In mere seconds the woman was across the room and upon him. Ben had been on target about her cat-like quickness. A solid, brutal heel strike landed squarely upon his groin. Before he could even wail out in pain another kick caught him flush under the chin, gnashing his teeth together, almost severing his tongue.
Sparks of blackness rattled his vision. His body was overloaded with pain and dizziness soon followed. Regaining his bearings Ben thought for a moment he was dreaming. As his vision cleared he realized he was in a very real and waking nightmare. The woman stood above him, the barrel of the shotgun aimed at his chest.
The idea for Sins and Virtues came to me one day when I was on a trip towards the mountains and we passed a prison yard out in the distance. It was further developed when I went to San Francisco and visited Alcatraz.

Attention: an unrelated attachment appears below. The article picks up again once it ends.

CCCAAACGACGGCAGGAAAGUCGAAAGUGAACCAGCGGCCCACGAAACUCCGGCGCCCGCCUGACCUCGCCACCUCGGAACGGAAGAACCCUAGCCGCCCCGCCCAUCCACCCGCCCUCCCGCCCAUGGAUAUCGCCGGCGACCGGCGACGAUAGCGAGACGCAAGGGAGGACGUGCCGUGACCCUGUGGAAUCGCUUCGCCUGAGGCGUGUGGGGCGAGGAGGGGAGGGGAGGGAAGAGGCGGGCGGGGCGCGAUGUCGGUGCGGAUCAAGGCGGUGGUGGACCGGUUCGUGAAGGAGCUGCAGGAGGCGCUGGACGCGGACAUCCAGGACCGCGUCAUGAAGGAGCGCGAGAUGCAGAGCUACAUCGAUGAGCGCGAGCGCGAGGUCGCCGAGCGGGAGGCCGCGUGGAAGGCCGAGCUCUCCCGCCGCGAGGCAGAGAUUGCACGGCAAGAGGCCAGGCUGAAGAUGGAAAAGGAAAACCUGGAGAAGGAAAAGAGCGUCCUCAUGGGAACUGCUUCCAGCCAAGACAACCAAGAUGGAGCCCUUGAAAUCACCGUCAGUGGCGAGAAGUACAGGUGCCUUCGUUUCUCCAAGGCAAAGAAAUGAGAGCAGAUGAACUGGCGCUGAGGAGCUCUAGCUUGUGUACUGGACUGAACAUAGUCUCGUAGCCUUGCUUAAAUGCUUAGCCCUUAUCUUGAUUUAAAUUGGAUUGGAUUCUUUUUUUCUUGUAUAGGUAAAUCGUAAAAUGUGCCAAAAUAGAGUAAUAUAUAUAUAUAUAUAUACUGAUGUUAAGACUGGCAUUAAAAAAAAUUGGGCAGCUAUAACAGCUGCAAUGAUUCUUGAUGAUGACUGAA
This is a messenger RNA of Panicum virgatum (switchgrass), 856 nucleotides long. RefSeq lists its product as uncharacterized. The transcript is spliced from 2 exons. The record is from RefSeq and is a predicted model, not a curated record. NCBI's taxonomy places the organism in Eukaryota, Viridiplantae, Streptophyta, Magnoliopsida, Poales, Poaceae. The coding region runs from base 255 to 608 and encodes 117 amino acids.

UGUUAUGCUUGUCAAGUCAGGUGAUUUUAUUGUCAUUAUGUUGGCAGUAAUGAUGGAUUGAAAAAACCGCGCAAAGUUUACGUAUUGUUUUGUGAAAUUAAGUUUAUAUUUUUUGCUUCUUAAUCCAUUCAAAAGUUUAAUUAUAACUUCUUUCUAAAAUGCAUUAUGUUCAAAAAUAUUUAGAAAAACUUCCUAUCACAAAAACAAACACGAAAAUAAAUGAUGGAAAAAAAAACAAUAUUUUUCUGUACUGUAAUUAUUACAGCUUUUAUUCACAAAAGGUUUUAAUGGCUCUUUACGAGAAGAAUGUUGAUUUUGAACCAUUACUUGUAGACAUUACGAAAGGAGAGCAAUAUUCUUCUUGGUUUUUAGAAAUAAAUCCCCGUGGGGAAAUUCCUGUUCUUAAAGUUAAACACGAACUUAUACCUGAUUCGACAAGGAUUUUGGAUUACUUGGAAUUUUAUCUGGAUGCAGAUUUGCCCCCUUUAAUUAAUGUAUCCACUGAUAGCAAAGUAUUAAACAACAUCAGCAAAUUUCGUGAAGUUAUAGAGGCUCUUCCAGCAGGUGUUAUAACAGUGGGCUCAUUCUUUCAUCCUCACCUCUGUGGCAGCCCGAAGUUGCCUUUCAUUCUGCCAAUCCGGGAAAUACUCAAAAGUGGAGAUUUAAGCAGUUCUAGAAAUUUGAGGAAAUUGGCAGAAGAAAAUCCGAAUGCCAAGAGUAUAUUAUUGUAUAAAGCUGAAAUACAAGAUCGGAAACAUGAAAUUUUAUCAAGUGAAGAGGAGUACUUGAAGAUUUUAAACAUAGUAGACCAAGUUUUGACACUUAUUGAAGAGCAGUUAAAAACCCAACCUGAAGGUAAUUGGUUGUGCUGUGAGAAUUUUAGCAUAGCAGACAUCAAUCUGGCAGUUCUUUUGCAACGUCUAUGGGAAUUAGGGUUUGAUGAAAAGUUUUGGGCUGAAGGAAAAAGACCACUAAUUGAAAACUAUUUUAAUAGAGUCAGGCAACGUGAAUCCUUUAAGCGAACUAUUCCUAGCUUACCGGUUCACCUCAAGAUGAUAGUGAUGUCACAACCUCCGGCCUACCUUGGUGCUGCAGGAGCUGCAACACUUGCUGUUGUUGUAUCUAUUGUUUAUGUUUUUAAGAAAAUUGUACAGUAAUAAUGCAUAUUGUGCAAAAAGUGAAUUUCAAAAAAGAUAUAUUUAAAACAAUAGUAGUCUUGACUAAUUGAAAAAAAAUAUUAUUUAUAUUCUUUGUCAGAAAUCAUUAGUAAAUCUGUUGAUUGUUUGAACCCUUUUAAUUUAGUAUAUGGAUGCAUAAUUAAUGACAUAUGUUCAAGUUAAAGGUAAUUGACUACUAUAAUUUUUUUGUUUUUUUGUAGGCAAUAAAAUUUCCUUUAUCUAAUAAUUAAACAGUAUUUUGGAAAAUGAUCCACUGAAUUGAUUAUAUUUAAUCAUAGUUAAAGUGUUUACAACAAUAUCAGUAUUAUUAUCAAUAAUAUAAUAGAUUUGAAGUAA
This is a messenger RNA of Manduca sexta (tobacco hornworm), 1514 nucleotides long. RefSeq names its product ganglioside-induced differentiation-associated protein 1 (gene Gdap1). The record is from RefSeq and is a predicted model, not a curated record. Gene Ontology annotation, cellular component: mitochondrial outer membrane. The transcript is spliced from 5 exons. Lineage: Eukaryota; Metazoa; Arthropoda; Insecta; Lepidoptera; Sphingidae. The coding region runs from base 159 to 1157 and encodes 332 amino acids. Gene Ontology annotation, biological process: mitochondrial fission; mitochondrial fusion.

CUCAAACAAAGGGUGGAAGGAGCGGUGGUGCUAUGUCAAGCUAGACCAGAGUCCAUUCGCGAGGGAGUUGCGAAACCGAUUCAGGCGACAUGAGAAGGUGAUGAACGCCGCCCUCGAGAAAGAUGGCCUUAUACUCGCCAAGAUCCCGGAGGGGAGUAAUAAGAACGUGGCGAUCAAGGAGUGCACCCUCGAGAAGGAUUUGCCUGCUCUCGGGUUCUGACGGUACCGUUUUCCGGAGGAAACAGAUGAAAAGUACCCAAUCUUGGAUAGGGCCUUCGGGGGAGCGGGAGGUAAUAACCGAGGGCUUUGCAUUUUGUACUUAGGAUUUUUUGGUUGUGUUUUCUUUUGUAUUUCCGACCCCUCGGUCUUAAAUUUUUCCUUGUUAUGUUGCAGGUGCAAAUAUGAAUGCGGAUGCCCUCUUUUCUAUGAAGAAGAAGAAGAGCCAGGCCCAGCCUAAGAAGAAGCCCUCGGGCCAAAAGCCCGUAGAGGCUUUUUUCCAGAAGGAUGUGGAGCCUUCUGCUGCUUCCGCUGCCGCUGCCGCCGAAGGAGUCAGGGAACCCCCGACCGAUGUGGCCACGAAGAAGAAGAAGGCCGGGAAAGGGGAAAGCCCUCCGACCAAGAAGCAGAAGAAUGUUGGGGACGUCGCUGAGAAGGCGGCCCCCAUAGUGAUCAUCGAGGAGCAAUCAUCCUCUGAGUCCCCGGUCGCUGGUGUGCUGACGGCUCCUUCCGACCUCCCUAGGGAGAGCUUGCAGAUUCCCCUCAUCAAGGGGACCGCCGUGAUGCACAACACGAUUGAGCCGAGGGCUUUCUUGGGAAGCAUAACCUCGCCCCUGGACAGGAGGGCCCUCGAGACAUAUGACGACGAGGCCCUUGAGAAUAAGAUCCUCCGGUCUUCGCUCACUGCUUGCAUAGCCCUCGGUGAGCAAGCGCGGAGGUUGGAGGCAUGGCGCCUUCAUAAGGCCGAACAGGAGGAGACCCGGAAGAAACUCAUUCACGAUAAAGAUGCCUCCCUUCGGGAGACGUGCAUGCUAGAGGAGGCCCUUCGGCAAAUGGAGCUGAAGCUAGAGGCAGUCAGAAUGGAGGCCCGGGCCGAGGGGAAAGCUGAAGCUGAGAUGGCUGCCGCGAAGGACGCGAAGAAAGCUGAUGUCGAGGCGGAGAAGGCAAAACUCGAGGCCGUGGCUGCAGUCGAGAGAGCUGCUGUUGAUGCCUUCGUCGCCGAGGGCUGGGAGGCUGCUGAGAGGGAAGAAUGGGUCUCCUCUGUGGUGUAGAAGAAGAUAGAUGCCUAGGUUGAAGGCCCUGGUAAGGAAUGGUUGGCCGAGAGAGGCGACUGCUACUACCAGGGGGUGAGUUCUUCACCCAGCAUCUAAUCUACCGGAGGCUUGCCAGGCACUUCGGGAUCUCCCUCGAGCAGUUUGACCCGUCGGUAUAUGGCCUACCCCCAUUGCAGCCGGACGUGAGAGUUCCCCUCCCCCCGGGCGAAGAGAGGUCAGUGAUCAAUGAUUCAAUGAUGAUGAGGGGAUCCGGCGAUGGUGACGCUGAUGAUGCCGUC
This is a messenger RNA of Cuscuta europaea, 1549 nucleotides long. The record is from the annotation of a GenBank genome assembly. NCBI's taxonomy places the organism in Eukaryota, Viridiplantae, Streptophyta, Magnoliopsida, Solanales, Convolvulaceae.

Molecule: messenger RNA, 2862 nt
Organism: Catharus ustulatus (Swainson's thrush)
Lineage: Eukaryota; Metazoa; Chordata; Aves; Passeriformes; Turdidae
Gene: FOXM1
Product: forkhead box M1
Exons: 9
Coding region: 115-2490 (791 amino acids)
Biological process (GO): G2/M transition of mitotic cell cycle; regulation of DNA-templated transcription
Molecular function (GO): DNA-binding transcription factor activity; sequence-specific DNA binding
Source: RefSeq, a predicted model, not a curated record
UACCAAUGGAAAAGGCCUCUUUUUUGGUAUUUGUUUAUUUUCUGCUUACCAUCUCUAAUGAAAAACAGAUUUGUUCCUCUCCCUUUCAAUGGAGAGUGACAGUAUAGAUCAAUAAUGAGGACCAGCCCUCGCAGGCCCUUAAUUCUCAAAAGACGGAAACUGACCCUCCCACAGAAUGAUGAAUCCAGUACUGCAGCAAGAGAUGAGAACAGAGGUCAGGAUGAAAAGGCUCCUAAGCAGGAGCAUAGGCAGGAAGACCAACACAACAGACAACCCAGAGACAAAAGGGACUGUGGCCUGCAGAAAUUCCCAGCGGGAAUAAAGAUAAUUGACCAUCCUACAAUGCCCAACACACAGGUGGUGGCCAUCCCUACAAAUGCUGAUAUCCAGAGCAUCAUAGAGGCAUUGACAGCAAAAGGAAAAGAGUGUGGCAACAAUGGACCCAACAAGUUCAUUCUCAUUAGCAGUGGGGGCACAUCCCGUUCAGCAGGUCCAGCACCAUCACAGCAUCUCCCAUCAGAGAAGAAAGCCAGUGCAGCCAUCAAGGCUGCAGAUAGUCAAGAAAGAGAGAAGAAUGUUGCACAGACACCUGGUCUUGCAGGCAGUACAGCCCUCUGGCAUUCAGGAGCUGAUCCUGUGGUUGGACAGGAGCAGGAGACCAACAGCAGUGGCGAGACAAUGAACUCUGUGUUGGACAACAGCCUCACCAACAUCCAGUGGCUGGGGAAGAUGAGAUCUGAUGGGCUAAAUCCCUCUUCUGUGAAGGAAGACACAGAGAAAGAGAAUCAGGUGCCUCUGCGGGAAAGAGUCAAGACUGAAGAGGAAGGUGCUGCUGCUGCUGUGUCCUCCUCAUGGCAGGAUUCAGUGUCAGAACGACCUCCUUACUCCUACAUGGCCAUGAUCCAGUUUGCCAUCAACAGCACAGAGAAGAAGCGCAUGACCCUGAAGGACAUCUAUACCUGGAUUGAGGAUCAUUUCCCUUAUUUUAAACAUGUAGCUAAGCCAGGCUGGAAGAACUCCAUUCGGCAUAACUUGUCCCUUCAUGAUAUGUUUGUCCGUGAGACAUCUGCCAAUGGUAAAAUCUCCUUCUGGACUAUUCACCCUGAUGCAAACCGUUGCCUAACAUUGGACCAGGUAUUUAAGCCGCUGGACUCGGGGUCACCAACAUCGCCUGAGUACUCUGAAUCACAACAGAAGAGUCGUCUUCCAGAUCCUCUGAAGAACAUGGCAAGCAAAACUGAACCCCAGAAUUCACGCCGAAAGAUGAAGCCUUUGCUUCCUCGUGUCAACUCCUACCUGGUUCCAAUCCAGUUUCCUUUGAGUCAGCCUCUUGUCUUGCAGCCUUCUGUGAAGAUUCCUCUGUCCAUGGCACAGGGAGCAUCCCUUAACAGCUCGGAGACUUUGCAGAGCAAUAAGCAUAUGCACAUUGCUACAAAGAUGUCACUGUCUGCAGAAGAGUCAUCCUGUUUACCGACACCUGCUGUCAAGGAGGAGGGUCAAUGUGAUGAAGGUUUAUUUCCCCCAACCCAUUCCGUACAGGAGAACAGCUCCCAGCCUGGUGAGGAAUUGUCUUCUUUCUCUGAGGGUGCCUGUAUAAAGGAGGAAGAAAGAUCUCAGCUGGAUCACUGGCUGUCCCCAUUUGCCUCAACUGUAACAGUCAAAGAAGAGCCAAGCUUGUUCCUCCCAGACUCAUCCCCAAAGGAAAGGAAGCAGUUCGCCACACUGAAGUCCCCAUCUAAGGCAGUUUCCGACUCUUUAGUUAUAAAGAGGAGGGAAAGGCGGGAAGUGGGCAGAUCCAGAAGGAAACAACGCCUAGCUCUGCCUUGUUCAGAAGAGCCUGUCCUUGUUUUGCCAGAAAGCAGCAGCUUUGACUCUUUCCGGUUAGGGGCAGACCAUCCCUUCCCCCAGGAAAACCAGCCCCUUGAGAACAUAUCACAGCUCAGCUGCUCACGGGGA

I firmly believe that during my time there a soul of one of the departed attached itself to me and followed me home. As I continued to write of Sam’s time in prison and subsequent escape I started seeing images of things I should know nothing about. The Alcatraz inmate was speaking to me, so part of this story belongs to him...whoever he was.
Another interesting note comes from a true life tale so similar to the novel you just read. A man, down on his luck, wandered into a woman’s cabin while she was home alone. He was frantic and suicidal. During the standoff with police the female hostage took it upon herself to get to know her captor and talk him down into surrender and her release.
I’d never heard about this story until two months into writing Sins & Virtues. It is remarkable how things cross your path when you need them.
We are all born of two natures: 1 good, 1 evil
The side we choose to nurture defines who we are.